Pistorius sentencing represents a lost opportunity for women emancipation
By Khaya Xaba
‘We need love, and to ensure love, we need to have full employment and we need social justice. We need gender equity. We need freedom from hunger. These are our most fundamental needs as social creatures’ David Suzuki
When one closely scrutinizes both judgements made by North Gauteng High Court Judge Masipa on the much publicized case of Oscar Pistorius one cannot ignore the glaring leniency shown by the judge on the defendant.
The obvious reason for the lenience in my opinion can and must be attributed to the waning progress that must made in addressing the issue of gender based violence. It was very alarming that on both sentencings by Judge Masipa first on October 21, 2014 and again on July 6, 2016 the judge completely ignored the issue of violence directed at women.
This is a huge mistake considering that our country has the highest rate of gender based violence. According to a study conducted by the World Health Organization around 60, 000 women and children abused yearly in the country. This number could be less considering that many gender based violence cases are rarely reported.
This is a grave abortion of justice considering that one cannot ignore the bare fact that Reeva Steenkamp was a victim of domestic abuse. To brush aside the issue gender based violence has resulted in the defendant receive a very light sentence. This is a not a new tendency, it is however, one that seeks to grow into a serious crisis. In a country with deep issues of violence directed both women and children the judiciary has an obligation to protect women from their violent male counterparts.
One cannot help but draw similarities between the case of Oscar Pistorius and that of Shrien Dewani. Dewani who was alleged to have hired hitmen to kill his wife Anni was acquitted by judge Jeanette Traverso in December 2014 at the Western Cape High Court. Again when delivering the judgement judge Traverso ignored the issue of gender based violence.
Again one again cannot ignore the glaring fact that in both cases women judges were lenient on male offenders. If one was to juxtapose these cases with that of Sindisiwe Manqele who was convicted for killing his rapper boyfriend Nkululeko ‘Flabba’ Habedi one cannot ignore the fact that Manqele received a very harsh sentence for killing Habedi. Logic would dictate that women judges would be very stern when sentencing male offender who are implicated in the deaths of women.
The fact that Manqele received a harsh sentence for killing a male is very disturbing to say the least. This further necessitates a probe of the role that women must play in the emancipation of women and the end of patriarchy. Furthermore, also inculcate a notion into women folks that they do not have to see each other as competition and that their unity is paramount.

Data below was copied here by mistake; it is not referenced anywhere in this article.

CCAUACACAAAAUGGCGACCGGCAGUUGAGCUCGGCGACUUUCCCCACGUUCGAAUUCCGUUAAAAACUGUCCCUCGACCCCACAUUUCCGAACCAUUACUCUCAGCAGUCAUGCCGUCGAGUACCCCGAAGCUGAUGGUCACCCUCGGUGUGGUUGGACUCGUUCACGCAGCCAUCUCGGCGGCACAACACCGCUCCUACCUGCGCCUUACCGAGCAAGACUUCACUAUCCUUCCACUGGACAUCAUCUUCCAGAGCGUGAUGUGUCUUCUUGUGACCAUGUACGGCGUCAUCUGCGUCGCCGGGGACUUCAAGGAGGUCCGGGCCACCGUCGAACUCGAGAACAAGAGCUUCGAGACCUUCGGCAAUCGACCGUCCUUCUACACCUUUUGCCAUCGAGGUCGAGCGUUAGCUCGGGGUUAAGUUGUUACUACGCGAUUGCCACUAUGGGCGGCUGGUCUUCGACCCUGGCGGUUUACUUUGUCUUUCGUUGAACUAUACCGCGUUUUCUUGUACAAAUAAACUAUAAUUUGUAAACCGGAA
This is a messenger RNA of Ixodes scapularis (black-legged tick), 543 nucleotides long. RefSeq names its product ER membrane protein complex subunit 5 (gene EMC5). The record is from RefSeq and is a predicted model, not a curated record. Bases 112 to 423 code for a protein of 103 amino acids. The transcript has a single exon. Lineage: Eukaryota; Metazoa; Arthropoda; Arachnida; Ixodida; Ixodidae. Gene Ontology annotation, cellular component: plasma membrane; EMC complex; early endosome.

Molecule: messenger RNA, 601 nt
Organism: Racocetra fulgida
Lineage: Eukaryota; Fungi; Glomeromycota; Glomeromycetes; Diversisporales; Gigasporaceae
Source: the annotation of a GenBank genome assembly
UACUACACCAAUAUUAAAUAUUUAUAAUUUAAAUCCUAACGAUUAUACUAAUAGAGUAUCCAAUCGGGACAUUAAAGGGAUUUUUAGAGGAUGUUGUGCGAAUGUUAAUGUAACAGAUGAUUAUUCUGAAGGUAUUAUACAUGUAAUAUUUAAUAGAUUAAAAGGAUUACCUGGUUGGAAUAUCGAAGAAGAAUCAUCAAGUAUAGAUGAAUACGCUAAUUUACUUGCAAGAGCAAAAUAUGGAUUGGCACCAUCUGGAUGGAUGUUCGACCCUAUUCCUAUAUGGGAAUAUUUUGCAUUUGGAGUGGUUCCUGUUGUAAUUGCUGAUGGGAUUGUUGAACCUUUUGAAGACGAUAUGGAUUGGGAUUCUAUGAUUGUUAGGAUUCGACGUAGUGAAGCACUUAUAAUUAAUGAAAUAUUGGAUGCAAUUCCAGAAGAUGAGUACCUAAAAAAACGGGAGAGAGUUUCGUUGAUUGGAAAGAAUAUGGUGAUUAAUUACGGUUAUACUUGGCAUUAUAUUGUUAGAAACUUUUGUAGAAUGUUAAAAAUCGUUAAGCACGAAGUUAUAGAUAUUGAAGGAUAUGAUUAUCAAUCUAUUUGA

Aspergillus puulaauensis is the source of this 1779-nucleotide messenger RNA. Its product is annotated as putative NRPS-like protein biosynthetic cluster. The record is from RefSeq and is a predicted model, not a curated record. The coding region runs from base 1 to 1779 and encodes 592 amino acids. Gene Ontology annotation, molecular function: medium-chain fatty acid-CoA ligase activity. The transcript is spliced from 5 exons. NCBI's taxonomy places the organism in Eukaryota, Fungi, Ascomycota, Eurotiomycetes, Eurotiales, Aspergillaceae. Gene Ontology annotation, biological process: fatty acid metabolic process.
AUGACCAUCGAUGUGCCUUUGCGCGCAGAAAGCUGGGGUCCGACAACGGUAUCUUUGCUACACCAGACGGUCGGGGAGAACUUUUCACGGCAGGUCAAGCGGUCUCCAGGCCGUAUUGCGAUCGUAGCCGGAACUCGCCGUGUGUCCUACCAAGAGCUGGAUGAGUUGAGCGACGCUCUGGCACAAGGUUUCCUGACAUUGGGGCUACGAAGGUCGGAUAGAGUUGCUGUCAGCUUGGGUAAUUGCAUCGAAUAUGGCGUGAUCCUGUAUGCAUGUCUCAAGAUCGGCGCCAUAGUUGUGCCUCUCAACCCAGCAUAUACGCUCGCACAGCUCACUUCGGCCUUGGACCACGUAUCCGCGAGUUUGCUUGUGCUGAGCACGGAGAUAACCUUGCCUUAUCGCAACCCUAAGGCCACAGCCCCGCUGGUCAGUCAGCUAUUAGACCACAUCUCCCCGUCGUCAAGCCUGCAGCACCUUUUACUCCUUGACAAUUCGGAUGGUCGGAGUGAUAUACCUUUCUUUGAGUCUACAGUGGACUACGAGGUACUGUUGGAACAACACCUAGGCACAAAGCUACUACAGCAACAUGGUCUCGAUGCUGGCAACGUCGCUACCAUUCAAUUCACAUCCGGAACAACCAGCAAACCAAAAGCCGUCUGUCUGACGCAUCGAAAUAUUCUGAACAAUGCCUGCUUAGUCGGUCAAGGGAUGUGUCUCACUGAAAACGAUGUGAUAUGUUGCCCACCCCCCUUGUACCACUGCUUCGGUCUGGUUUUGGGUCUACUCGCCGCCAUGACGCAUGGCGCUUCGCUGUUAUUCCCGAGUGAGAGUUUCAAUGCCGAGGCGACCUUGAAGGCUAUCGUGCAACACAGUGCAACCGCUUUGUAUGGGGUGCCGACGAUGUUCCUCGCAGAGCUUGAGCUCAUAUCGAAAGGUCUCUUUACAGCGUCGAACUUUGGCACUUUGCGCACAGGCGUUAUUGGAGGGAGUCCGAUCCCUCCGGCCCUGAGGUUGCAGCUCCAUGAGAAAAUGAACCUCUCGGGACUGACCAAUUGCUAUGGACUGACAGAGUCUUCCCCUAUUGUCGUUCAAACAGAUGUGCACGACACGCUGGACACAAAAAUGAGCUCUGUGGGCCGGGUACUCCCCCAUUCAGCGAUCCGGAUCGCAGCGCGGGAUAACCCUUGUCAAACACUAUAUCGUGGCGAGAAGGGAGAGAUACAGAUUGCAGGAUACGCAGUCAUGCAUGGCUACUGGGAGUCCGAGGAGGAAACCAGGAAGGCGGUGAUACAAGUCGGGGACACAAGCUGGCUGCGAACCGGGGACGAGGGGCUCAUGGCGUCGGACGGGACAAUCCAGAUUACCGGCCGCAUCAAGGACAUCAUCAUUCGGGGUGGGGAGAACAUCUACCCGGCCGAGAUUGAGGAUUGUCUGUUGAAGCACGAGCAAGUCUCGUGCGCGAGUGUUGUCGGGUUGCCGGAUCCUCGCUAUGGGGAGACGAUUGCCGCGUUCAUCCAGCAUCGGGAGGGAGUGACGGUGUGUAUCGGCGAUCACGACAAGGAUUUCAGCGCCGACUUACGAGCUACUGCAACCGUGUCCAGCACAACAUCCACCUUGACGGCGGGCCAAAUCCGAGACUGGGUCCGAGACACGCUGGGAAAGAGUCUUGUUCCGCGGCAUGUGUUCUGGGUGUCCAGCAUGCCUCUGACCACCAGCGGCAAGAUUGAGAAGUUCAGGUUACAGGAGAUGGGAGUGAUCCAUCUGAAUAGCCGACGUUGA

Both the Pistorius and Dewani case represent a missed opportunity in the sense that it would have given and restored faith in women in the justice system considering that they don’t have that much faith in getting justice when they report cases. It is for these reasons that society at large must continue to advocate for the transformation of our judicial system to serve the people equally. Again both cases represent a missed opportunity to highlight the scourge of gender based violence and a platform to further send a message to abusers that violence directed at women will never be tolerated.
Another similarity in both these cases is that both offenders are wealthy males who have vast resources and has many connections. This paints a pictures that says justice is only for those with deep pockets. If left unchallenged this emerging trend has the potential to set a bad precedence; a precedence that says the South African judicial system favours the rich as opposed to the working class and the poor. It is therefore the duty of society at large to nip this trend in the butt.
The publicity and media attention dedicated to both cases further proves that the social status of either the offender and the victim plays a big role in determining if the case hog headlines or not. During the trial Pistorius case in 2013 whilst we were caught in the frenzy of the Oscar Pistorius bail hearing, South African women continued to be at the receiving end of abuse and violence. By focusing the media glare on individuals and celebrities, the stories of the masses of our people go untold.
During the same period, a man in Daveyton, a Gauteng township, allegedly beheaded his wife in front of the children. Needless to say, this incident received little attention. Whilst it is not the intention to compare tragedies, it is clear that women with a higher social standing receive more attention and assistance for the gender based violence they experience. We cannot allow the majority of working class women to remain voiceless and helpless as determined by their circumstances.
The conclusion to be made after a deep analysis of both these cases is that we are far from winning the fight against patriarchy and gender based violence. As society we are on a daily losing the battle of overcoming patriarchy and achieving women emancipation. The struggle for women emancipation cannot fizzle out, genuine gender activists are needed to come to the front to revitalize the struggle and ensure victory for women against economic exploitation, gender based violence and uneven opportunity for growth.
Khaya Xaba is YCLSA National Spokesperson and a gender activist